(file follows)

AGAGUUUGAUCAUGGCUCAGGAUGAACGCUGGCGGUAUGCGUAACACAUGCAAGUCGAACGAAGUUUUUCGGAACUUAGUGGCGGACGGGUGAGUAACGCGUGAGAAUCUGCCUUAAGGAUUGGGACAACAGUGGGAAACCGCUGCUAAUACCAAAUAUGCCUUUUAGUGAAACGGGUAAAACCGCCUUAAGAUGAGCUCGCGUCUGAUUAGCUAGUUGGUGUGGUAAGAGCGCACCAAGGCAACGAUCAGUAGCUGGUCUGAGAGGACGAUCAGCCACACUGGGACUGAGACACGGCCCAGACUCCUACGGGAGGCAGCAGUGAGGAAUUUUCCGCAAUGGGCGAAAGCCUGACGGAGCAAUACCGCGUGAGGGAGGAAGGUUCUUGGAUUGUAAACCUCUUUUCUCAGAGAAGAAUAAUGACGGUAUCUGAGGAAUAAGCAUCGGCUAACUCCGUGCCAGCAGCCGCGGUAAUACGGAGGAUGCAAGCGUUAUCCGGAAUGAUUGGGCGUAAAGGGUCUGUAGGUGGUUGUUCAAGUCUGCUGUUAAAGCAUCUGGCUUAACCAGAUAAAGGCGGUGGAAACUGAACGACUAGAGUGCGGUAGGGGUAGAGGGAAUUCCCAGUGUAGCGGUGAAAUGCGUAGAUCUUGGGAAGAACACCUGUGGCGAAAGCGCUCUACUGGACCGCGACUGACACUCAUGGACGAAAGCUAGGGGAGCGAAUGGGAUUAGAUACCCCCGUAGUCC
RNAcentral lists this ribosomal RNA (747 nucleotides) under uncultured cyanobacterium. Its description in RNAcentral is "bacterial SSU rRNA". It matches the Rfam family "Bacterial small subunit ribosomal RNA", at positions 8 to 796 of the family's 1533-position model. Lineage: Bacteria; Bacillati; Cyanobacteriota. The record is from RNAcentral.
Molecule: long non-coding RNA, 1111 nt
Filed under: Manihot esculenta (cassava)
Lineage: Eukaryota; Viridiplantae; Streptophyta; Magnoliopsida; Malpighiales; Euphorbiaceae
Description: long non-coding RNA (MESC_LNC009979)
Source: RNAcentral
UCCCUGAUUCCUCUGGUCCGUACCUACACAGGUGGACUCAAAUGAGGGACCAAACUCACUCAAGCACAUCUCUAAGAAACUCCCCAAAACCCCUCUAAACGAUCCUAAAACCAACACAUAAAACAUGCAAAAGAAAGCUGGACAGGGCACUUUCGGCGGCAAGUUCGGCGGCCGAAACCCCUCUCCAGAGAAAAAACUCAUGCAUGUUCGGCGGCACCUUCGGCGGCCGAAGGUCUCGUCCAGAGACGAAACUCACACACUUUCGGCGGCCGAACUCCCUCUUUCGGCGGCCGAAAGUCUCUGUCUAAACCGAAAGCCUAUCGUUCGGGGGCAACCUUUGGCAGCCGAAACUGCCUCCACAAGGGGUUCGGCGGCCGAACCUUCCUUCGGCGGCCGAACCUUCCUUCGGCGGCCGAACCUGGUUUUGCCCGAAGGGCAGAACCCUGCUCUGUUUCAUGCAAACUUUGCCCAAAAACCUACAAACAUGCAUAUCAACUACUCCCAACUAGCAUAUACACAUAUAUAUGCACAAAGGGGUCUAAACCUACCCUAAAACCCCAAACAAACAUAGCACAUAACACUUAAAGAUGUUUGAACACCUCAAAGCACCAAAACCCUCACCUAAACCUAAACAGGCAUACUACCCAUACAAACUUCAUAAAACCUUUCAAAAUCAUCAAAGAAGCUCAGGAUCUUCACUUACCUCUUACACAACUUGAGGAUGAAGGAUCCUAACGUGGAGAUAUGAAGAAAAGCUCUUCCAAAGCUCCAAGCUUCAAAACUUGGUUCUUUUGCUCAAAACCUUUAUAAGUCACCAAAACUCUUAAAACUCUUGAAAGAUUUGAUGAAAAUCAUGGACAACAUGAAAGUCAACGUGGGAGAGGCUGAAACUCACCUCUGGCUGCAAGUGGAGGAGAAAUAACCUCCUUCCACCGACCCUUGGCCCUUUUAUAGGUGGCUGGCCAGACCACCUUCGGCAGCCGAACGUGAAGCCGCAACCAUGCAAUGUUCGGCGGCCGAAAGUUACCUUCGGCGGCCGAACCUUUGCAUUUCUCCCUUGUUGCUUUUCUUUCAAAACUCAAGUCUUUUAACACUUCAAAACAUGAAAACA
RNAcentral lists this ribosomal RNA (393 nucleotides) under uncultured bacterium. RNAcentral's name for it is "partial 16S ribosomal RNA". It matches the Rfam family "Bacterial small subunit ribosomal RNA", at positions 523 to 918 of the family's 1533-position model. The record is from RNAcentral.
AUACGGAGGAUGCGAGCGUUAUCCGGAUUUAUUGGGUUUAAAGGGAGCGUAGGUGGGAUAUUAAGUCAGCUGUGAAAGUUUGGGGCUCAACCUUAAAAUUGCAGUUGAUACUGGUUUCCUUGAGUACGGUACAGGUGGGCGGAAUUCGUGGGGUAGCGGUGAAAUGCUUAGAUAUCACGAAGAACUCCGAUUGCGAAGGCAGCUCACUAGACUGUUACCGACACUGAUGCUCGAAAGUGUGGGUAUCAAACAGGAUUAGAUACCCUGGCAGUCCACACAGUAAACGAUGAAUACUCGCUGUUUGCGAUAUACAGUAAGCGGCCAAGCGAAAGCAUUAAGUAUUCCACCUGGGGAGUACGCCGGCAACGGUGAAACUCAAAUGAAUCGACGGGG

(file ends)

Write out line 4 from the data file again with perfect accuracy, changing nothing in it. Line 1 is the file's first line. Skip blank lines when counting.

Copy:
Filed under: Manihot esculenta (cassava)